NMCC instructor presents history lesson on Maine’s journey to statehood

PRESQUE ISLE, Maine — Despite a winter weather advisory and concerns surrounding the coronavirus pandemic, a small group of people gathered at Northern Maine Community College’s library on Friday to kick off local celebrations of Maine’s bicentennial.

NMCC humanities instructor and chair of the arts and sciences department David Raymond presented a history on Maine’s efforts to separate from Massachusetts, which eventually led to statehood on March 15, 2020.

The first recorded attempt to separate from Massachusetts occurred in 1680, with numerous rural Mainers believing that their geographical isolation from Massachusetts left them out of important political decisions, forced them to pay additional taxes and led them to be treated as second-class citizens.

Many colonists in Maine also opposed British control of seaside ports in towns such as Falmouth and Machias, though in Falmouth there was a good amount of Loyalists — American colonists who supported the British. In June 1779, Massachusetts put together the Penobscot Expedition, a fleet of 40 naval ships and 1,500 soldiers. The Expedition proved unsuccessful when the British forced the fleet up the Penobscot River and all the ships were lost in the battle.

The debate over separation from Massachusetts picked up traction in 1785 when the more wealthy coastal areas spoke against the idea due to their trade with Boston ports. But the separation would prove to be several decades in the making due to military conflicts during the Revolutionary War, the War of 1812 and the British re-establishment of control over eastern Maine.

Maine colonists did not officially vote to separate from Massachusetts until 1819 when 17,091 colonists voted in favor of the measure versus 7,132 who were opposed. A constitution was drafted but there was one more obstacle to face in the Missouri Compromise.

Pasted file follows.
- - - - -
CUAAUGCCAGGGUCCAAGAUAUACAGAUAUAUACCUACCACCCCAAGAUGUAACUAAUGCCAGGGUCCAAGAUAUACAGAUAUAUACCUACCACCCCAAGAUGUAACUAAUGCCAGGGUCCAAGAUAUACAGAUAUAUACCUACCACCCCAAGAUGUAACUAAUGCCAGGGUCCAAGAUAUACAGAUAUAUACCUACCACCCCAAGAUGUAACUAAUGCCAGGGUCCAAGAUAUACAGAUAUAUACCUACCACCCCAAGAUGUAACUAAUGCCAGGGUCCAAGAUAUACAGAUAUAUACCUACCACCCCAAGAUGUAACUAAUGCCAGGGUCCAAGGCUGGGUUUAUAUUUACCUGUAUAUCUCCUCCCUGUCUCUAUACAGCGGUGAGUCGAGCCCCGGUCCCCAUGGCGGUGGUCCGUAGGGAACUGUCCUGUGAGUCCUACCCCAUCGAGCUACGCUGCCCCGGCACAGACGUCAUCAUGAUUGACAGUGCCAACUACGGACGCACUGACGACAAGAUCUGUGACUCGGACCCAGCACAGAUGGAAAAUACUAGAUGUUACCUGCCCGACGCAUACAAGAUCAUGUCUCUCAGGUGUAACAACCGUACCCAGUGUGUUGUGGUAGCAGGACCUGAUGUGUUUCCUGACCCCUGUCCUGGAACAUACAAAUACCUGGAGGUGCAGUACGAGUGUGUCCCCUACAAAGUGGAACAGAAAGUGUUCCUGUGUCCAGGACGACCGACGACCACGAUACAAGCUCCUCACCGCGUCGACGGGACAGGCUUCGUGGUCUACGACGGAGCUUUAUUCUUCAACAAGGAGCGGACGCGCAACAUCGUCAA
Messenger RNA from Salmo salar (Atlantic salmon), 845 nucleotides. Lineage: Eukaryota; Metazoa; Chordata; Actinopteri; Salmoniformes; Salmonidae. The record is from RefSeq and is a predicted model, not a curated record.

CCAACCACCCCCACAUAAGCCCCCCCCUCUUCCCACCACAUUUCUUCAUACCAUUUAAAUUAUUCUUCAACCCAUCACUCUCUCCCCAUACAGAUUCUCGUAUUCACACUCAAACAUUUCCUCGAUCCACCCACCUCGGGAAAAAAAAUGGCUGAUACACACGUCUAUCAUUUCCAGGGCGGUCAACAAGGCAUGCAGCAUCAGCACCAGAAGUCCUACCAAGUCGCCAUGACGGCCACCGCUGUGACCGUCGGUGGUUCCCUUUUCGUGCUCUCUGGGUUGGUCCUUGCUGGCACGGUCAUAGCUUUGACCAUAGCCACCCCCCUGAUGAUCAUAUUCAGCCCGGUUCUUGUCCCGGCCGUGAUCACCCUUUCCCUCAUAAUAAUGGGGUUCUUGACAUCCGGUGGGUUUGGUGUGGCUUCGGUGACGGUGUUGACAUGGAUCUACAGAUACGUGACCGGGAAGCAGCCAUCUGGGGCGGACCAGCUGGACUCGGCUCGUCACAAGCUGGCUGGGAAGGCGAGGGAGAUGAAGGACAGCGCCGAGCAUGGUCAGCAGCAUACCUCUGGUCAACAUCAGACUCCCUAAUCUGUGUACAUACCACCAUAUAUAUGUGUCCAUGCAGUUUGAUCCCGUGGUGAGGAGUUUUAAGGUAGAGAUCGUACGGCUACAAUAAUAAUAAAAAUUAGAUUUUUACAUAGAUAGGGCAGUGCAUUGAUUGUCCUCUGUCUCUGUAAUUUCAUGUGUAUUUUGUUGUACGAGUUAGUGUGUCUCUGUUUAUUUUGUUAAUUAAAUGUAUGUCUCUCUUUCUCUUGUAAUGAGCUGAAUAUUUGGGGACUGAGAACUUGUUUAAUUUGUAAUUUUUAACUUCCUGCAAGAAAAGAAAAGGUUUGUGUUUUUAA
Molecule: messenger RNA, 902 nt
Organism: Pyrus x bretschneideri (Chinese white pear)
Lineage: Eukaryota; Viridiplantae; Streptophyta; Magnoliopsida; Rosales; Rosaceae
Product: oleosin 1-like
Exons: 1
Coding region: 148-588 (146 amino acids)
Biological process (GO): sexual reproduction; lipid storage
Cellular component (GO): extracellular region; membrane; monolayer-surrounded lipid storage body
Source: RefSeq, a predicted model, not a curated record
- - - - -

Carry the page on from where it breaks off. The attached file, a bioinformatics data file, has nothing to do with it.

In 1820, slavery was the dominant political issue of the United States, with the southern states arguing for an equal amount of free states and those that retained slavery. If Maine became a state, there would be one more free state added to the map. Maine had to achieve statehood by March 4, 1820, or else become legally part of Massachusetts again. Maine became the 23rd state of the union in 1820 due to the Missouri Compromise, which allowed Maine to enter the union as a free state and Missouri as a slave state.

Raymond said that amid the recent cancellation of many bicentennial events in other parts of the state, it is important to remember Maine’s history and to attend celebrations locally.

“I’ve taught Maine history for the past 25 years and it’s always been my favorite topic,” Raymond said.

Kim Smith, chairperson of Presque Isle’s bicentennial events, pointed out that the only bicentennial event cancellation for Presque Isle has been a Maine History Trivia Contest scheduled for April 8 at the University of Maine at Presque Isle. UMPI has been working to transition classes online and move students from dormitory halls in an effort to prevent spread of the coronavirus.

All other bicentennial events in Presque Isle are expected to take place on their scheduled dates at this time.

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